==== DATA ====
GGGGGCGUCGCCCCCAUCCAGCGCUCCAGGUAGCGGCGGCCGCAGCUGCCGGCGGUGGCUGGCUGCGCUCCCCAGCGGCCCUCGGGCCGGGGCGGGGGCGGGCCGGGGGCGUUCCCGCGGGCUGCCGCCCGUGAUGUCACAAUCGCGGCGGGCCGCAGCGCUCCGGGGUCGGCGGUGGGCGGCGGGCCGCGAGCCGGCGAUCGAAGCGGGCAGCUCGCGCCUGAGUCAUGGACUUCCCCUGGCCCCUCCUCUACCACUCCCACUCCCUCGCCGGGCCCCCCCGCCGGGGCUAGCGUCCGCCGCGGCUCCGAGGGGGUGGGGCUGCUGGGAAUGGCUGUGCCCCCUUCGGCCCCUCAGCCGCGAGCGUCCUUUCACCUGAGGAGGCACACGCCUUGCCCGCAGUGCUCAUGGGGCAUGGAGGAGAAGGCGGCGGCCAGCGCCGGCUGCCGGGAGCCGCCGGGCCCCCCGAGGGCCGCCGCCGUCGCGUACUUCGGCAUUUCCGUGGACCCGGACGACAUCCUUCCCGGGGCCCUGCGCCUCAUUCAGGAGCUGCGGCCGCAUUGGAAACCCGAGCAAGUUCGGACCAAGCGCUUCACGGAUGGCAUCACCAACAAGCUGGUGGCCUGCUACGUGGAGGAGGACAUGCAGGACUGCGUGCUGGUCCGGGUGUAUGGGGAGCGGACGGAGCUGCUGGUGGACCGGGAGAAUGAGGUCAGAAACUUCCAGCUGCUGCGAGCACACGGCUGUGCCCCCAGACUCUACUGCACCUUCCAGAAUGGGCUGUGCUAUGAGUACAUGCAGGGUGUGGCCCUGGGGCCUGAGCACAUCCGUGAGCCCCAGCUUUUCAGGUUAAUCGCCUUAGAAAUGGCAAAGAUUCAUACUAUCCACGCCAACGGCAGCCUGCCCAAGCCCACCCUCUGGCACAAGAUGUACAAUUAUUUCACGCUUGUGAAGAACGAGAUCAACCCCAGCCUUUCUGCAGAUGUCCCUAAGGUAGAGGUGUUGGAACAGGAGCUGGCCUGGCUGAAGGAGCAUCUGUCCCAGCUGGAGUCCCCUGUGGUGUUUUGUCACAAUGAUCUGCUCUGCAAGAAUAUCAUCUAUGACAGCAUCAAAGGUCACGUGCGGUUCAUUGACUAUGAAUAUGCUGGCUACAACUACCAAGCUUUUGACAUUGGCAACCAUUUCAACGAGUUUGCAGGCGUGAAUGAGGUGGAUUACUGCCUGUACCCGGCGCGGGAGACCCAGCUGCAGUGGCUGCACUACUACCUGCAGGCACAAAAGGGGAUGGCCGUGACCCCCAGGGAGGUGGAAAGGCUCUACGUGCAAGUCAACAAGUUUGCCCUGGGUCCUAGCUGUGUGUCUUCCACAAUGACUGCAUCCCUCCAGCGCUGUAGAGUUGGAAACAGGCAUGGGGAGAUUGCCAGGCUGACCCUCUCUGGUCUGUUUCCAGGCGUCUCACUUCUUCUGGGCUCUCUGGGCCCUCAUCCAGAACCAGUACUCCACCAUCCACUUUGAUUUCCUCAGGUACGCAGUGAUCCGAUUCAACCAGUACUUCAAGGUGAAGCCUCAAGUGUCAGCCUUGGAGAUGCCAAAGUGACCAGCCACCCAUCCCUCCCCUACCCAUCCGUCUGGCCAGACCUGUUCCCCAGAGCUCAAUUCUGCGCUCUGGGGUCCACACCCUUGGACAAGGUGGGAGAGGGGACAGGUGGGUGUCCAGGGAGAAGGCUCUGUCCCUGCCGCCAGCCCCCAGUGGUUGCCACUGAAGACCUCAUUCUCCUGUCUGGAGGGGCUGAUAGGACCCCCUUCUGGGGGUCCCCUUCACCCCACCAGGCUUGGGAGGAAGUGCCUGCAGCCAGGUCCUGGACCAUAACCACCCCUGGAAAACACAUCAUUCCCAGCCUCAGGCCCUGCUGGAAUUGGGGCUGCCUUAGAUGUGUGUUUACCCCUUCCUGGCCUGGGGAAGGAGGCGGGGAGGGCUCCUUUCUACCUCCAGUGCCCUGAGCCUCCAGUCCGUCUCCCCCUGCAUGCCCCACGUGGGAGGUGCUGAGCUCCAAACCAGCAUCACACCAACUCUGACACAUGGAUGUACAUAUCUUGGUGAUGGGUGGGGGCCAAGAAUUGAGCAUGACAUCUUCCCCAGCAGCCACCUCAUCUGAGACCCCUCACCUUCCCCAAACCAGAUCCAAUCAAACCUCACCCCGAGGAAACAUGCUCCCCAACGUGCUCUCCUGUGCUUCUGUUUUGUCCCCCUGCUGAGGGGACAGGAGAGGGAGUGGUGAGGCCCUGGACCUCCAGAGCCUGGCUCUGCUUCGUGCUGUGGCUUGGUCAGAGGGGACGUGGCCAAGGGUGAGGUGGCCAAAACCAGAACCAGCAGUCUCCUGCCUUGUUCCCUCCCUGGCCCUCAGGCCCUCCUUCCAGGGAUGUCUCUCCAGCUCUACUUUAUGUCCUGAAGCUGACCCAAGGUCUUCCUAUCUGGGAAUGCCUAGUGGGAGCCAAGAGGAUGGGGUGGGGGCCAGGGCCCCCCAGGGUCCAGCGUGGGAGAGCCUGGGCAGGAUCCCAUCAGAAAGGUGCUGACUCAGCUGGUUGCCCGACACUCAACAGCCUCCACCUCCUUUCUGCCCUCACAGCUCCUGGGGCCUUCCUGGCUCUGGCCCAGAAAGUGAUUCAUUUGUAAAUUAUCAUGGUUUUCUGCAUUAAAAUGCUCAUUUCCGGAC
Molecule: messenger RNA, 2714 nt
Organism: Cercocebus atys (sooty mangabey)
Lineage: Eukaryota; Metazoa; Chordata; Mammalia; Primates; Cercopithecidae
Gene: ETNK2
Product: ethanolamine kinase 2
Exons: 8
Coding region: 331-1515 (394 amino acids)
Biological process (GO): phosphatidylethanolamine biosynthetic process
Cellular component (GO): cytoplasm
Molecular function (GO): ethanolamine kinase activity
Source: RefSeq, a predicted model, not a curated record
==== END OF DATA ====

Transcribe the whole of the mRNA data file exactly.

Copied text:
GGGGGCGUCGCCCCCAUCCAGCGCUCCAGGUAGCGGCGGCCGCAGCUGCCGGCGGUGGCUGGCUGCGCUCCCCAGCGGCCCUCGGGCCGGGGCGGGGGCGGGCCGGGGGCGUUCCCGCGGGCUGCCGCCCGUGAUGUCACAAUCGCGGCGGGCCGCAGCGCUCCGGGGUCGGCGGUGGGCGGCGGGCCGCGAGCCGGCGAUCGAAGCGGGCAGCUCGCGCCUGAGUCAUGGACUUCCCCUGGCCCCUCCUCUACCACUCCCACUCCCUCGCCGGGCCCCCCCGCCGGGGCUAGCGUCCGCCGCGGCUCCGAGGGGGUGGGGCUGCUGGGAAUGGCUGUGCCCCCUUCGGCCCCUCAGCCGCGAGCGUCCUUUCACCUGAGGAGGCACACGCCUUGCCCGCAGUGCUCAUGGGGCAUGGAGGAGAAGGCGGCGGCCAGCGCCGGCUGCCGGGAGCCGCCGGGCCCCCCGAGGGCCGCCGCCGUCGCGUACUUCGGCAUUUCCGUGGACCCGGACGACAUCCUUCCCGGGGCCCUGCGCCUCAUUCAGGAGCUGCGGCCGCAUUGGAAACCCGAGCAAGUUCGGACCAAGCGCUUCACGGAUGGCAUCACCAACAAGCUGGUGGCCUGCUACGUGGAGGAGGACAUGCAGGACUGCGUGCUGGUCCGGGUGUAUGGGGAGCGGACGGAGCUGCUGGUGGACCGGGAGAAUGAGGUCAGAAACUUCCAGCUGCUGCGAGCACACGGCUGUGCCCCCAGACUCUACUGCACCUUCCAGAAUGGGCUGUGCUAUGAGUACAUGCAGGGUGUGGCCCUGGGGCCUGAGCACAUCCGUGAGCCCCAGCUUUUCAGGUUAAUCGCCUUAGAAAUGGCAAAGAUUCAUACUAUCCACGCCAACGGCAGCCUGCCCAAGCCCACCCUCUGGCACAAGAUGUACAAUUAUUUCACGCUUGUGAAGAACGAGAUCAACCCCAGCCUUUCUGCAGAUGUCCCUAAGGUAGAGGUGUUGGAACAGGAGCUGGCCUGGCUGAAGGAGCAUCUGUCCCAGCUGGAGUCCCCUGUGGUGUUUUGUCACAAUGAUCUGCUCUGCAAGAAUAUCAUCUAUGACAGCAUCAAAGGUCACGUGCGGUUCAUUGACUAUGAAUAUGCUGGCUACAACUACCAAGCUUUUGACAUUGGCAACCAUUUCAACGAGUUUGCAGGCGUGAAUGAGGUGGAUUACUGCCUGUACCCGGCGCGGGAGACCCAGCUGCAGUGGCUGCACUACUACCUGCAGGCACAAAAGGGGAUGGCCGUGACCCCCAGGGAGGUGGAAAGGCUCUACGUGCAAGUCAACAAGUUUGCCCUGGGUCCUAGCUGUGUGUCUUCCACAAUGACUGCAUCCCUCCAGCGCUGUAGAGUUGGAAACAGGCAUGGGGAGAUUGCCAGGCUGACCCUCUCUGGUCUGUUUCCAGGCGUCUCACUUCUUCUGGGCUCUCUGGGCCCUCAUCCAGAACCAGUACUCCACCAUCCACUUUGAUUUCCUCAGGUACGCAGUGAUCCGAUUCAACCAGUACUUCAAGGUGAAGCCUCAAGUGUCAGCCUUGGAGAUGCCAAAGUGACCAGCCACCCAUCCCUCCCCUACCCAUCCGUCUGGCCAGACCUGUUCCCCAGAGCUCAAUUCUGCGCUCUGGGGUCCACACCCUUGGACAAGGUGGGAGAGGGGACAGGUGGGUGUCCAGGGAGAAGGCUCUGUCCCUGCCGCCAGCCCCCAGUGGUUGCCACUGAAGACCUCAUUCUCCUGUCUGGAGGGGCUGAUAGGACCCCCUUCUGGGGGUCCCCUUCACCCCACCAGGCUUGGGAGGAAGUGCCUGCAGCCAGGUCCUGGACCAUAACCACCCCUGGAAAACACAUCAUUCCCAGCCUCAGGCCCUGCUGGAAUUGGGGCUGCCUUAGAUGUGUGUUUACCCCUUCCUGGCCUGGGGAAGGAGGCGGGGAGGGCUCCUUUCUACCUCCAGUGCCCUGAGCCUCCAGUCCGUCUCCCCCUGCAUGCCCCACGUGGGAGGUGCUGAGCUCCAAACCAGCAUCACACCAACUCUGACACAUGGAUGUACAUAUCUUGGUGAUGGGUGGGGGCCAAGAAUUGAGCAUGACAUCUUCCCCAGCAGCCACCUCAUCUGAGACCCCUCACCUUCCCCAAACCAGAUCCAAUCAAACCUCACCCCGAGGAAACAUGCUCCCCAACGUGCUCUCCUGUGCUUCUGUUUUGUCCCCCUGCUGAGGGGACAGGAGAGGGAGUGGUGAGGCCCUGGACCUCCAGAGCCUGGCUCUGCUUCGUGCUGUGGCUUGGUCAGAGGGGACGUGGCCAAGGGUGAGGUGGCCAAAACCAGAACCAGCAGUCUCCUGCCUUGUUCCCUCCCUGGCCCUCAGGCCCUCCUUCCAGGGAUGUCUCUCCAGCUCUACUUUAUGUCCUGAAGCUGACCCAAGGUCUUCCUAUCUGGGAAUGCCUAGUGGGAGCCAAGAGGAUGGGGUGGGGGCCAGGGCCCCCCAGGGUCCAGCGUGGGAGAGCCUGGGCAGGAUCCCAUCAGAAAGGUGCUGACUCAGCUGGUUGCCCGACACUCAACAGCCUCCACCUCCUUUCUGCCCUCACAGCUCCUGGGGCCUUCCUGGCUCUGGCCCAGAAAGUGAUUCAUUUGUAAAUUAUCAUGGUUUUCUGCAUUAAAAUGCUCAUUUCCGGAC
Molecule: messenger RNA, 2714 nt
Organism: Cercocebus atys (sooty mangabey)
Lineage: Eukaryota; Metazoa; Chordata; Mammalia; Primates; Cercopithecidae
Gene: ETNK2
Product: ethanolamine kinase 2
Exons: 8
Coding region: 331-1515 (394 amino acids)
Biological process (GO): phosphatidylethanolamine biosynthetic process
Cellular component (GO): cytoplasm
Molecular function (GO): ethanolamine kinase activity
Source: RefSeq, a predicted model, not a curated record